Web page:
NYU Black Renaissance Noire Winter 2014 - Page 147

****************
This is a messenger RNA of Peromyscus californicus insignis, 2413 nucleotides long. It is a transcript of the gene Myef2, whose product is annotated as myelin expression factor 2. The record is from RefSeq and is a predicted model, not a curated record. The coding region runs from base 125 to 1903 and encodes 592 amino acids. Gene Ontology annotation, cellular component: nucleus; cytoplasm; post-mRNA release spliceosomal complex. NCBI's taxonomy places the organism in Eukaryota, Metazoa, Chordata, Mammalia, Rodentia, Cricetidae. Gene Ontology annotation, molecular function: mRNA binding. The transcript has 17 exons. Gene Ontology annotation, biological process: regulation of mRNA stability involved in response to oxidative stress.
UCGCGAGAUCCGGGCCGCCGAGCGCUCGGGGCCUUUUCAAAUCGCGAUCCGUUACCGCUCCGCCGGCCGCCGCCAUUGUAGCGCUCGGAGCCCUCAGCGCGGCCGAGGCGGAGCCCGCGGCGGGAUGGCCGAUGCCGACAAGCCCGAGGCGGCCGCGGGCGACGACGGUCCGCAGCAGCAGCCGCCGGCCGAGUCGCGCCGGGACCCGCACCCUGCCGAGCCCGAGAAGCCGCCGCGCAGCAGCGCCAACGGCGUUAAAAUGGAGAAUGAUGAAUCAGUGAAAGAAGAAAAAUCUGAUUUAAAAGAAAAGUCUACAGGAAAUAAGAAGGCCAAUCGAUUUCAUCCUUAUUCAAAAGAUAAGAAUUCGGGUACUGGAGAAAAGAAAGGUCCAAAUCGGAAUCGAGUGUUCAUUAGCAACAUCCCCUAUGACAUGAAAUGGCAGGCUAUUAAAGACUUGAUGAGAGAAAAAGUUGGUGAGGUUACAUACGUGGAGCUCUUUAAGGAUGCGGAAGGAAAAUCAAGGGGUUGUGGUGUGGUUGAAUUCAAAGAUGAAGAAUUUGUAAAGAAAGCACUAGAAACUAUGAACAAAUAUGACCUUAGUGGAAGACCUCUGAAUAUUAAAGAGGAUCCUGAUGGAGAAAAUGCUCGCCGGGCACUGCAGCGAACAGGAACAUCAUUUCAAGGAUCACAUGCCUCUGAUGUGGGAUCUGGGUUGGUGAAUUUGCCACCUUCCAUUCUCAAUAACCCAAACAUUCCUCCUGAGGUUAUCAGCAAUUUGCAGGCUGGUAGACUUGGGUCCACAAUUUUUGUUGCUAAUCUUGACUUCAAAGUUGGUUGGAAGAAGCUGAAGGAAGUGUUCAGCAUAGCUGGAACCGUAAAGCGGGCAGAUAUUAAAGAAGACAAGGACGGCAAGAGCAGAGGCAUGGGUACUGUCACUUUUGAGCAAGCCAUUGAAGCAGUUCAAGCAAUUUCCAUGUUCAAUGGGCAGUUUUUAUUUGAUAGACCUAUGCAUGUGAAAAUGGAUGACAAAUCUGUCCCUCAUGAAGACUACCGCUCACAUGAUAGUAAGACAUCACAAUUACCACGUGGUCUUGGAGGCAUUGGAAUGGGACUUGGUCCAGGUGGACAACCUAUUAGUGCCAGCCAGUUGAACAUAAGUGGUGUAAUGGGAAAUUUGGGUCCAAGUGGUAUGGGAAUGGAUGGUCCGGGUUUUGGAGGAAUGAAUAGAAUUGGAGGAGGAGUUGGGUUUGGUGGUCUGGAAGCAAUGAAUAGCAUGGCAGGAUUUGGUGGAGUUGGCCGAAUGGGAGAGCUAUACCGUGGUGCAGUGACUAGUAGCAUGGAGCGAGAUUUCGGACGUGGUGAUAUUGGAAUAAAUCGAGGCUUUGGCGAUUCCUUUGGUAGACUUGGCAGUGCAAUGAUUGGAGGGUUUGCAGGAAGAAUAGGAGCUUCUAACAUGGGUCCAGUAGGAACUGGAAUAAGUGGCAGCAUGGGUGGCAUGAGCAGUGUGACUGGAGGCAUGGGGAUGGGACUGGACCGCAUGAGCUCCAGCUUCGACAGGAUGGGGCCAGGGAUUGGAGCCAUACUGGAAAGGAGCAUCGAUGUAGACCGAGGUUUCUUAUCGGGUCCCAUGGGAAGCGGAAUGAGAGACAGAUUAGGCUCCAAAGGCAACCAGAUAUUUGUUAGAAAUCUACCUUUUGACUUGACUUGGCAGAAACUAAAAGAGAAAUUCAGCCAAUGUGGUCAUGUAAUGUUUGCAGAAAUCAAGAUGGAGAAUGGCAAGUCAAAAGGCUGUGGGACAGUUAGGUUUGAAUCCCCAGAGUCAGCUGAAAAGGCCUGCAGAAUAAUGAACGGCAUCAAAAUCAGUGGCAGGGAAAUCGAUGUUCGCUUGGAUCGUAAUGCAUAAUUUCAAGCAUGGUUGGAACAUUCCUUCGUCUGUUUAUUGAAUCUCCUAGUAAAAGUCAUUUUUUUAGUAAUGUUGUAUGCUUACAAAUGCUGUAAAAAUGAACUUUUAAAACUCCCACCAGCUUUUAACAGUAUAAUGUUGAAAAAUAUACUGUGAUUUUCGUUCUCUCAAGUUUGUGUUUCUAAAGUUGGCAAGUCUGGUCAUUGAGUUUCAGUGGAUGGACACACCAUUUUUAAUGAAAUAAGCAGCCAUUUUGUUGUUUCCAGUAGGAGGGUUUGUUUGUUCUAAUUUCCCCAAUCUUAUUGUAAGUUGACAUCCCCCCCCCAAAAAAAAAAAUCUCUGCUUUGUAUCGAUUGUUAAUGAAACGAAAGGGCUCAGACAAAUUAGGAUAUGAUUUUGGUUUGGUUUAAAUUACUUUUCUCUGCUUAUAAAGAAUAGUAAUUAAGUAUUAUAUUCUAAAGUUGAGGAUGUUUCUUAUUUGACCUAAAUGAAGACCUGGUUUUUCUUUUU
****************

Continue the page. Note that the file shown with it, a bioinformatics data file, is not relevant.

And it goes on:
By 1969 there was a significant increase in black public affairs television programs with more than 20 local shows across the country. Years later, Greaves would boast that “Black Journal was the flagship… It stimulated localities throughout the country to begin to seriously thing about having their own local shows.” Many of these programs used the magazine or talk-show format to highlight black community concerns. In New York City alone, programs on public television included Inside Bed-Stuy, and Where It’s At, while the local abc affiliate launched Like It Is hosted by black journalist Gil Noble. There were also novel approaches, such as Job Man Caravan on South Carolina public television, which helped match black job seekers with employment. BLACK RENAISSANCE NOIRE At the end of Black Journal’s first year, the program was nominated for an Emmy Award. However the anniversary was launched with re-runs, packaged as “best of ” segments from the year, rather than new episodes. After the first installment, Greaves announced on the air that he faced as much as an 80 percent budget cut that would place severe constraints on the show’s reporting and filmmaking capabilities. Jack Gould, wrote in the New York Times that the show, once conceived as a balm to heal racial strife, faced abandonment. “In a nation beset by so much racial tension, such a development should not be allowed to happen,” Gould complained. “‘Black Journal’ provides the road to true understanding, and if a corporation wanted to do its share in resolving a national problem, Mr. Greaves and his colleagues deserve every monetary consideration…” 145 Financial instability was a constant challenge for Black Journal’s leadership. For the first four months of programming — June through September 1968 — the Ford Foundation provided $100,000 per episode. Funding from the new Corporation for Public Broadcasting kept things rolling through December 1968. Next the network and the show’s producers sought corporate underwriting. Coca Cola and Polaroid each contributed monies for the first three months of 1969 and net stepped in with enough support to get through June, the end of the first program year. Meanwhile, Black Journal crews continued to develop ambitious content. A two-part film broadcast in the Spring explored the lives of African Americans in southern cities like Atlanta and New Orleans. The program investigated how black voters struggled to get their candidates into office and the persistent violence and economic intimidation they encountered, and featured a speech by Fanny Lou Hammer as she announced her intention to challenge Senator John Eastland for his seat. Stories offered diverse perspectives, ranging from the health needs among black Southerners, such as poor nutrition, and the rich cultural production of the region in dance, visual arts, and jazz. The episodes on the South “bordered on the poetic,” said one reviewer, who warned that the program’s grants were about to expire. The black television landscape grew at a rapid pace. Just a month after Black Journal went on the air wnet launched the variety show Soul! with For